Ford continues to leverage the strength of its North American home market, reporting a global pre-tax profit of $1.7 billion for fourth-quarter 2012, up $577 million compared with prior-year, and $8 billion for the full year, $797 million less than year-ago.
The auto maker’s North America full-year global pre-tax profits of $8.3 billion last year and $1.8 billion in the fourth quarter helped it set records for both periods.
As a result, the auto maker says it will make profit-sharing payments to about 45,000 eligible U.S. hourly employees in March. As part of the collective bargaining agreement with the United Auto Workers union, Ford’s North American pre-tax profit will generate about $8,300 per eligible employee on a full-year basis.
The auto maker expects the momentum to continue in 2013 with profits about equal to last year, largely due to adequate supplies of the new Ford Fusion midsize sedan and Escape cross/utility vehicle, which reside in the two largest U.S. segments.
Despite the healthy 2012 results, Ford’s U.S. market share slid 1.3 points from prior-year to 15.2%, while its retail share slipped 0.7 points to 13.3%.
Chief Financial Officer Bob Shanks says the decline largely resulted from the discontinuation of the Ranger small pickup and Crown Victoria fullsize sedan, as well as capacity constraints and reduced availability of the Fusion and Escape.
Shanks expects share to increase this year but declines to reveal internal targets. Healthy supplies of the Fusion and Escape, combined with the recent 400,000 units in additional capacity and an improving fullsize-pickup market should bolster sales.
“(Additionally), we’re getting great contributions from the C-Max (hybrid),” Shanks says today in a conference call with analysts and reporters. “It’s well-received, and we think that will also help us, but to a lesser degree because of the capacity (constraints) we have for that product.”
South America presented special challenges in 2012, as trade restrictions and currency fluctuations impacted growth, Ford says. The auto maker posted a full-year pre-tax profit of $213 million in the region, down $648 million from 2011.
Trade restrictions were particularly detrimental to Ford’s South American business.
“We have had to reduce the units we bring in from Mexico,” Shanks says. “Mexico had a free-trade agreement with Argentina and Brazil that was essentially suspended and replaced with quotas. We can import from Mexico, but with much lower volumes than in the past. So that’s one of the things constraining us in the shorter term.”
Ford also was saddled with legacy products unique to the South American market but is launching a fresh portfolio of global vehicles in the region this year. “We will be in more segments, from 67% to over 80%,” he says. “So the breadth of the market we cover will be broader.”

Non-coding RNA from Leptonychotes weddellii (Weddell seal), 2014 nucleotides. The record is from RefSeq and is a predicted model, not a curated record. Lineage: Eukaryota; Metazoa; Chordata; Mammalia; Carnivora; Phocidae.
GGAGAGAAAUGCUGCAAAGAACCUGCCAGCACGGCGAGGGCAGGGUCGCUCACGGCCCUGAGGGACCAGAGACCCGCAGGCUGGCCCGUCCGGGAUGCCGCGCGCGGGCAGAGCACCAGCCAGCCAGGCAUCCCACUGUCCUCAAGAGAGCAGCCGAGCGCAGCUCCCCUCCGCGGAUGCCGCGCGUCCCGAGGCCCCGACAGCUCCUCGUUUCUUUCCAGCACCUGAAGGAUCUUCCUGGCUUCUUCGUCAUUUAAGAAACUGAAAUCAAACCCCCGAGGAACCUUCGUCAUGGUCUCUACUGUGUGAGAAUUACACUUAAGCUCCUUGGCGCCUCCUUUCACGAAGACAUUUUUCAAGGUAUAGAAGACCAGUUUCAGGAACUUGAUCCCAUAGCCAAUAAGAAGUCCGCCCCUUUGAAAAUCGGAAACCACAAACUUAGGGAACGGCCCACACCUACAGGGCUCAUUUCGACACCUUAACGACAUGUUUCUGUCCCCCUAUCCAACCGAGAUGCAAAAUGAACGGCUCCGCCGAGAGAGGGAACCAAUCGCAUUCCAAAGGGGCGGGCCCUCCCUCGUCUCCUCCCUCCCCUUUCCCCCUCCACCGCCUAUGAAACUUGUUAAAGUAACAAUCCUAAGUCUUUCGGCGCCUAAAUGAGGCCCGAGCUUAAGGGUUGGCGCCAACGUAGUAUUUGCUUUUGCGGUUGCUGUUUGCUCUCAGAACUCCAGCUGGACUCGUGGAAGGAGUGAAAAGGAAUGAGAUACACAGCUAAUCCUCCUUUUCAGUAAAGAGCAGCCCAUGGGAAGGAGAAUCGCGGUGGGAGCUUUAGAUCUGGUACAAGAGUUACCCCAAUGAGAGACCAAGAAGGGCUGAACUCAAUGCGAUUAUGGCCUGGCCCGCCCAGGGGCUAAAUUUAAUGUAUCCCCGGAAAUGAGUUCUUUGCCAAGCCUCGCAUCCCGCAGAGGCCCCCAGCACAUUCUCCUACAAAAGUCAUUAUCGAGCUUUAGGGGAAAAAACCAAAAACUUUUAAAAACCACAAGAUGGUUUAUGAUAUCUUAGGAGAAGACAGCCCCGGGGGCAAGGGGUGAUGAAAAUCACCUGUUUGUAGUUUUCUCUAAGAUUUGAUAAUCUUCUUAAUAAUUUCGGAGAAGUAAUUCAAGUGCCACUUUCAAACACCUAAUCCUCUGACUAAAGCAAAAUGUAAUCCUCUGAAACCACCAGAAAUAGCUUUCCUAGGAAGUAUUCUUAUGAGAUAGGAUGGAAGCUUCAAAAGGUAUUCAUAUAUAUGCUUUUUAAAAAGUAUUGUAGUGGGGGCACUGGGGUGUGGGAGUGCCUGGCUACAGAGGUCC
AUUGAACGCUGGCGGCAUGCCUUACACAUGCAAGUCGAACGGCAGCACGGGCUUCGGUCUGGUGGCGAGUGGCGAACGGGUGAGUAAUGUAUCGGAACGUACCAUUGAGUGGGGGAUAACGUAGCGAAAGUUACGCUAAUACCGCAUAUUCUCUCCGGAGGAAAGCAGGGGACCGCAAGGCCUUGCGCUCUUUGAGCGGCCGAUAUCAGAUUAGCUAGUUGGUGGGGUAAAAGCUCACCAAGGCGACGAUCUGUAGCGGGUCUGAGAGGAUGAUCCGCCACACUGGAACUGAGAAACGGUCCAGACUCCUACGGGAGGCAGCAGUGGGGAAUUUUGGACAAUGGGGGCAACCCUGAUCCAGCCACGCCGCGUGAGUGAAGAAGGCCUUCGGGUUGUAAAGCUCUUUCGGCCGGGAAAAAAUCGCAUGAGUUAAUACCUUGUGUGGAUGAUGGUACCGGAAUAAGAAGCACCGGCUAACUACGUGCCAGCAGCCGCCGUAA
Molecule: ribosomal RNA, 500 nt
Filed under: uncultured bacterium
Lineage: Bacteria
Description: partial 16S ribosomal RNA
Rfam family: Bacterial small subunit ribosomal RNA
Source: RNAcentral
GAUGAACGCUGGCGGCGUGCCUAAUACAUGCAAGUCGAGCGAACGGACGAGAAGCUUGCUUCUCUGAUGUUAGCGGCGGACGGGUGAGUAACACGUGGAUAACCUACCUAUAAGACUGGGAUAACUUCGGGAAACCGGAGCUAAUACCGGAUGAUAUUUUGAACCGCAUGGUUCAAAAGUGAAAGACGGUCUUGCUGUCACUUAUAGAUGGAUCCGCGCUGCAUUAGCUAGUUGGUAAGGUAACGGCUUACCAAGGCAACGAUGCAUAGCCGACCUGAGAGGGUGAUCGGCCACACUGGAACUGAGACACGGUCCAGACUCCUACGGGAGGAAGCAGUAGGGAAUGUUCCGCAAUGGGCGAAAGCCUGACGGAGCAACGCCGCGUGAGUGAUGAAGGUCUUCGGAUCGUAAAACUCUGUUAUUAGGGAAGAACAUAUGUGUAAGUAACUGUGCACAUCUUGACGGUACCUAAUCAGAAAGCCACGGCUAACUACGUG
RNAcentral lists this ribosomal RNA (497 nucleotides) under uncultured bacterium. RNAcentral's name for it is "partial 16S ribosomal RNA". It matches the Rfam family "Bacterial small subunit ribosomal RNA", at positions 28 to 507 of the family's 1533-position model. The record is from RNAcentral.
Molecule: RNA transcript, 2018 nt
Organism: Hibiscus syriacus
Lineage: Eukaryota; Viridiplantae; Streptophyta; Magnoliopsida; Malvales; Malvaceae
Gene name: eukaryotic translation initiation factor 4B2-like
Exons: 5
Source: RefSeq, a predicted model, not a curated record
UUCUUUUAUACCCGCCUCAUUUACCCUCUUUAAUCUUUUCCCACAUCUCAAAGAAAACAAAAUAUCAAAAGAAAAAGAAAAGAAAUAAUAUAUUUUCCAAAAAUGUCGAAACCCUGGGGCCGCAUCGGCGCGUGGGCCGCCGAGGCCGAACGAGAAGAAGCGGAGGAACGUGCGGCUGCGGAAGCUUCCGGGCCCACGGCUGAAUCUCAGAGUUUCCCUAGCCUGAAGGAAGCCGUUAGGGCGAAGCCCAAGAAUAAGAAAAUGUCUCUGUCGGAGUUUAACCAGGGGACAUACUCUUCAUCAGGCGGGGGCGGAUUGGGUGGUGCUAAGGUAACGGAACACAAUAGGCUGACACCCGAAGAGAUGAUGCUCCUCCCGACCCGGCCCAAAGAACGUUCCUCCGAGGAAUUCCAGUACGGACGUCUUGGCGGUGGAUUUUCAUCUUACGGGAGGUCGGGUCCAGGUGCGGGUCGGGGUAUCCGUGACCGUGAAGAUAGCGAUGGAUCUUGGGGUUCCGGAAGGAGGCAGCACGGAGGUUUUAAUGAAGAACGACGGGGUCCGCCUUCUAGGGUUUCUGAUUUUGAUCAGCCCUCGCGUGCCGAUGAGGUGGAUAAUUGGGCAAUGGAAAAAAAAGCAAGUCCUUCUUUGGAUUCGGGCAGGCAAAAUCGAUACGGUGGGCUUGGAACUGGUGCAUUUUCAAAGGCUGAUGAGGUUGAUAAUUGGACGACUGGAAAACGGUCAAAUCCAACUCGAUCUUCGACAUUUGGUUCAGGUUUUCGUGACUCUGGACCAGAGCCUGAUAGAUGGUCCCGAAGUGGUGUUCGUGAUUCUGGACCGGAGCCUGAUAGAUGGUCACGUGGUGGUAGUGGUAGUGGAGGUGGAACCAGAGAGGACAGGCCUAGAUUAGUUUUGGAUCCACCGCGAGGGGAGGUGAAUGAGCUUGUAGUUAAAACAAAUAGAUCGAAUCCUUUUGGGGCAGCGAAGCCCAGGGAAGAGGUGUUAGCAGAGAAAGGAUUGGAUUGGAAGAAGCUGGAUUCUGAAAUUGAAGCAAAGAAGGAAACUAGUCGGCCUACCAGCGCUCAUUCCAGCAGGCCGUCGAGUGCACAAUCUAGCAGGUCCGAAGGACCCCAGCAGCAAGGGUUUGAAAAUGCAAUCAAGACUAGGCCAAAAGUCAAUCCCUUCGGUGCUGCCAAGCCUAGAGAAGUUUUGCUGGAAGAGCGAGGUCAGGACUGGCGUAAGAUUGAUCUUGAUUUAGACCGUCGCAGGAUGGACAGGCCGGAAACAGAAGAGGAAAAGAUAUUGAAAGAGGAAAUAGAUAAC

For 2013, Ford expects its South America results to be about breakeven, but warns government actions to incentivize local production and balance trade are creating friction between South American countries and Mexico. That could short-circuit sales.
Ford’s Asia/Pacific and Africa region posted a full-year pre-tax loss of $77 million and a fourth-quarter profit of $39 million. Most of the loss was due to heavy investments in China, where the auto maker is building five plants.
But the near-term pain of the loss will result in greater profitability in the region, particularly China. “A lot of new products we’re in the process of developing are affecting costs, but revenues have yet to come,” Shanks says. “We think of APA as on the way, and we expect it to have meaningful contributions in profitability by mid-decade.”
As with South America, Ford expects Asia/Pacific Africa to be breakeven this year. However, Shanks predicts volume and revenue growth in the region will accelerate with the launch of new products such as the Kuga and EcoSport cross/utility vehicles, Mondeo midsize sedan and Fiesta B-car.
Europe continues to be a drag on Ford’s global operations, with the auto maker posting a $1.75 billion pre-tax loss in the 19 markets in which it operates for full-2012 and a $732 million fourth-quarter loss.
Ford says the loss was due to unfavorable volume and mix as well as a fourth-quarter seasonally adjusted annual rate of just 13.5 million units, the region’s lowest quarterly SAAR since 1995.
Ford last year sought to cut capacity in Europe, announcing the future closure of several U.K. factories as well as its large Genk, Belgium, assembly plant. Shanks says negotiations with Genk union representatives are going well, but offers no detail.
The auto maker says it will continue to monitor the situation in Europe, which is expects to worsen this year. Ford now predicts its full-year 2013 European results at about a $2 billion loss, but says new products such as the all-new Kuga could mitigate the damage.
Ford expects the European market to bottom out in 2014 and then slowly improve. CEO Alan Mulally says the weak business environment will not result in cuts to Ford’s product-development budget for the region.
“The approach we’ve used around the world is absolutely the one for Europe,” he says. “We will size to demand. And in addition, we will continue to invest and even accelerate investment, because even with the slowdown it’s still a tremendous market for us.”
Ford ended 2012 with $24.3 billion in automotive gross cash, a $1.4 billion improvement on 2011.